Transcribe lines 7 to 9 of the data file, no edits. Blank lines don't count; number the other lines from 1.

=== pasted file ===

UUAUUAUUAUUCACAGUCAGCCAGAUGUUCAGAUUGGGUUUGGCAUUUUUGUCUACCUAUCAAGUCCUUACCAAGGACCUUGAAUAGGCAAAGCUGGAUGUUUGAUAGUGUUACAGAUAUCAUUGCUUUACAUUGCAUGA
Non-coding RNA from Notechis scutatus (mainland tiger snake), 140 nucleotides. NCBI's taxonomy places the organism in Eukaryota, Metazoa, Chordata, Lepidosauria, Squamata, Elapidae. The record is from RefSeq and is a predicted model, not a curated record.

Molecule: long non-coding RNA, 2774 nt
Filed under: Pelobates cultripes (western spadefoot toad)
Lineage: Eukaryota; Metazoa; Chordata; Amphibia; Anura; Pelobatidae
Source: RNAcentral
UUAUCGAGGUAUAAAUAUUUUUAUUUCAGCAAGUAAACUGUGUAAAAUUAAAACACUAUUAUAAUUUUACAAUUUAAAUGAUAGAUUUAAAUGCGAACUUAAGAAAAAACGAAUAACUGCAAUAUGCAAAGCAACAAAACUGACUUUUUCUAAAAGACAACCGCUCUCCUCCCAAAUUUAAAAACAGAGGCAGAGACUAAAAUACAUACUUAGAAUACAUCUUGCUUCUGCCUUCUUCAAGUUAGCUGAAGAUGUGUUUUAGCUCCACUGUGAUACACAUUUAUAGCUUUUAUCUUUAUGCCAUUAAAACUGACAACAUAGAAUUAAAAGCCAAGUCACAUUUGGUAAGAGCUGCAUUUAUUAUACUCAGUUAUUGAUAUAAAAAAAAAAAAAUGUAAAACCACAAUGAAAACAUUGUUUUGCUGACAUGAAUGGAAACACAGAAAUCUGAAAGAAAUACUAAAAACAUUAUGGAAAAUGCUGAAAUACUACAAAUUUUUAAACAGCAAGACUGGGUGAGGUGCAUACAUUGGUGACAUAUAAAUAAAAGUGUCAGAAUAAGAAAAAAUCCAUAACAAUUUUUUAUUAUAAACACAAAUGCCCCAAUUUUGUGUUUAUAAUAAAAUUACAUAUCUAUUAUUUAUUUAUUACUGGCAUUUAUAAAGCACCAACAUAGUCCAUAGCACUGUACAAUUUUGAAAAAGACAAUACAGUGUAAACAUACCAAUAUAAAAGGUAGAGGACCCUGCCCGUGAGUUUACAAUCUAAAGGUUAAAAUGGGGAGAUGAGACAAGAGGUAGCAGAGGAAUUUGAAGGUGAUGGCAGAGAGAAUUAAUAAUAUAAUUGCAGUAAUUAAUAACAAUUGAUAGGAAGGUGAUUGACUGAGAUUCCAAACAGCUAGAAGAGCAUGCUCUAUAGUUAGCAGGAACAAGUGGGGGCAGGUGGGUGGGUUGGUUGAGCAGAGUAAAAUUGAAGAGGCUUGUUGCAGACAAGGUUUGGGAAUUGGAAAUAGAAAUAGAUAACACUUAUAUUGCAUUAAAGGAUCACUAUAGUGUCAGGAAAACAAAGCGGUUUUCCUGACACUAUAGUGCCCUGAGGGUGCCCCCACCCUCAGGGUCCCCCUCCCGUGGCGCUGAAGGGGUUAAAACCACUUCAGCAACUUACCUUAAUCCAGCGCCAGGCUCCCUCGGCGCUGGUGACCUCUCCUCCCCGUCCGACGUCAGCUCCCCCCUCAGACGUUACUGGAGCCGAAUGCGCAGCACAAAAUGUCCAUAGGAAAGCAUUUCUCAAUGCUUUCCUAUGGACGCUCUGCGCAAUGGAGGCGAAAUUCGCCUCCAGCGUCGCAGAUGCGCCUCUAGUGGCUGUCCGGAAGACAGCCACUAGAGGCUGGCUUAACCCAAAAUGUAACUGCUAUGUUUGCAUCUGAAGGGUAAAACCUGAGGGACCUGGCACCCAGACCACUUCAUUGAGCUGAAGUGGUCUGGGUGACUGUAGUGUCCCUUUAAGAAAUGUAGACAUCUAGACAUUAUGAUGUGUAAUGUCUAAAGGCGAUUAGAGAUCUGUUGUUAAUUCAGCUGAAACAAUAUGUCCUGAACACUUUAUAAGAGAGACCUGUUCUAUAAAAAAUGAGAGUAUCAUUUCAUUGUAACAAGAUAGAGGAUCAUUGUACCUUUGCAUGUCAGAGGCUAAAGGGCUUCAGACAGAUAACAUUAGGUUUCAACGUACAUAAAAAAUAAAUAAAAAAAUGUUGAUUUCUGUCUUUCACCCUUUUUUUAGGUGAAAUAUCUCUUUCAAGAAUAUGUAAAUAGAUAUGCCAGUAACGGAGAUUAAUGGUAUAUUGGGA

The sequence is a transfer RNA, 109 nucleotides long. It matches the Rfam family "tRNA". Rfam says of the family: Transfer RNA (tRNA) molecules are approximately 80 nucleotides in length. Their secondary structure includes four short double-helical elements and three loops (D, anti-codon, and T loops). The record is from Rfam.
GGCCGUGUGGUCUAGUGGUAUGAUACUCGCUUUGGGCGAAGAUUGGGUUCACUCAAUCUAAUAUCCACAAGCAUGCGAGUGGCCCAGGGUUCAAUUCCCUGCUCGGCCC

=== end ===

UUAUCGAGGUAUAAAUAUUUUUAUUUCAGCAAGUAAACUGUGUAAAAUUAAAACACUAUUAUAAUUUUACAAUUUAAAUGAUAGAUUUAAAUGCGAACUUAAGAAAAAACGAAUAACUGCAAUAUGCAAAGCAACAAAACUGACUUUUUCUAAAAGACAACCGCUCUCCUCCCAAAUUUAAAAACAGAGGCAGAGACUAAAAUACAUACUUAGAAUACAUCUUGCUUCUGCCUUCUUCAAGUUAGCUGAAGAUGUGUUUUAGCUCCACUGUGAUACACAUUUAUAGCUUUUAUCUUUAUGCCAUUAAAACUGACAACAUAGAAUUAAAAGCCAAGUCACAUUUGGUAAGAGCUGCAUUUAUUAUACUCAGUUAUUGAUAUAAAAAAAAAAAAAUGUAAAACCACAAUGAAAACAUUGUUUUGCUGACAUGAAUGGAAACACAGAAAUCUGAAAGAAAUACUAAAAACAUUAUGGAAAAUGCUGAAAUACUACAAAUUUUUAAACAGCAAGACUGGGUGAGGUGCAUACAUUGGUGACAUAUAAAUAAAAGUGUCAGAAUAAGAAAAAAUCCAUAACAAUUUUUUAUUAUAAACACAAAUGCCCCAAUUUUGUGUUUAUAAUAAAAUUACAUAUCUAUUAUUUAUUUAUUACUGGCAUUUAUAAAGCACCAACAUAGUCCAUAGCACUGUACAAUUUUGAAAAAGACAAUACAGUGUAAACAUACCAAUAUAAAAGGUAGAGGACCCUGCCCGUGAGUUUACAAUCUAAAGGUUAAAAUGGGGAGAUGAGACAAGAGGUAGCAGAGGAAUUUGAAGGUGAUGGCAGAGAGAAUUAAUAAUAUAAUUGCAGUAAUUAAUAACAAUUGAUAGGAAGGUGAUUGACUGAGAUUCCAAACAGCUAGAAGAGCAUGCUCUAUAGUUAGCAGGAACAAGUGGGGGCAGGUGGGUGGGUUGGUUGAGCAGAGUAAAAUUGAAGAGGCUUGUUGCAGACAAGGUUUGGGAAUUGGAAAUAGAAAUAGAUAACACUUAUAUUGCAUUAAAGGAUCACUAUAGUGUCAGGAAAACAAAGCGGUUUUCCUGACACUAUAGUGCCCUGAGGGUGCCCCCACCCUCAGGGUCCCCCUCCCGUGGCGCUGAAGGGGUUAAAACCACUUCAGCAACUUACCUUAAUCCAGCGCCAGGCUCCCUCGGCGCUGGUGACCUCUCCUCCCCGUCCGACGUCAGCUCCCCCCUCAGACGUUACUGGAGCCGAAUGCGCAGCACAAAAUGUCCAUAGGAAAGCAUUUCUCAAUGCUUUCCUAUGGACGCUCUGCGCAAUGGAGGCGAAAUUCGCCUCCAGCGUCGCAGAUGCGCCUCUAGUGGCUGUCCGGAAGACAGCCACUAGAGGCUGGCUUAACCCAAAAUGUAACUGCUAUGUUUGCAUCUGAAGGGUAAAACCUGAGGGACCUGGCACCCAGACCACUUCAUUGAGCUGAAGUGGUCUGGGUGACUGUAGUGUCCCUUUAAGAAAUGUAGACAUCUAGACAUUAUGAUGUGUAAUGUCUAAAGGCGAUUAGAGAUCUGUUGUUAAUUCAGCUGAAACAAUAUGUCCUGAACACUUUAUAAGAGAGACCUGUUCUAUAAAAAAUGAGAGUAUCAUUUCAUUGUAACAAGAUAGAGGAUCAUUGUACCUUUGCAUGUCAGAGGCUAAAGGGCUUCAGACAGAUAACAUUAGGUUUCAACGUACAUAAAAAAUAAAUAAAAAAAUGUUGAUUUCUGUCUUUCACCCUUUUUUUAGGUGAAAUAUCUCUUUCAAGAAUAUGUAAAUAGAUAUGCCAGUAACGGAGAUUAAUGGUAUAUUGGGA

The sequence is a transfer RNA, 109 nucleotides long. It matches the Rfam family "tRNA". Rfam says of the family: Transfer RNA (tRNA) molecules are approximately 80 nucleotides in length. Their secondary structure includes four short double-helical elements and three loops (D, anti-codon, and T loops). The record is from Rfam.
GGCCGUGUGGUCUAGUGGUAUGAUACUCGCUUUGGGCGAAGAUUGGGUUCACUCAAUCUAAUAUCCACAAGCAUGCGAGUGGCCCAGGGUUCAAUUCCCUGCUCGGCCC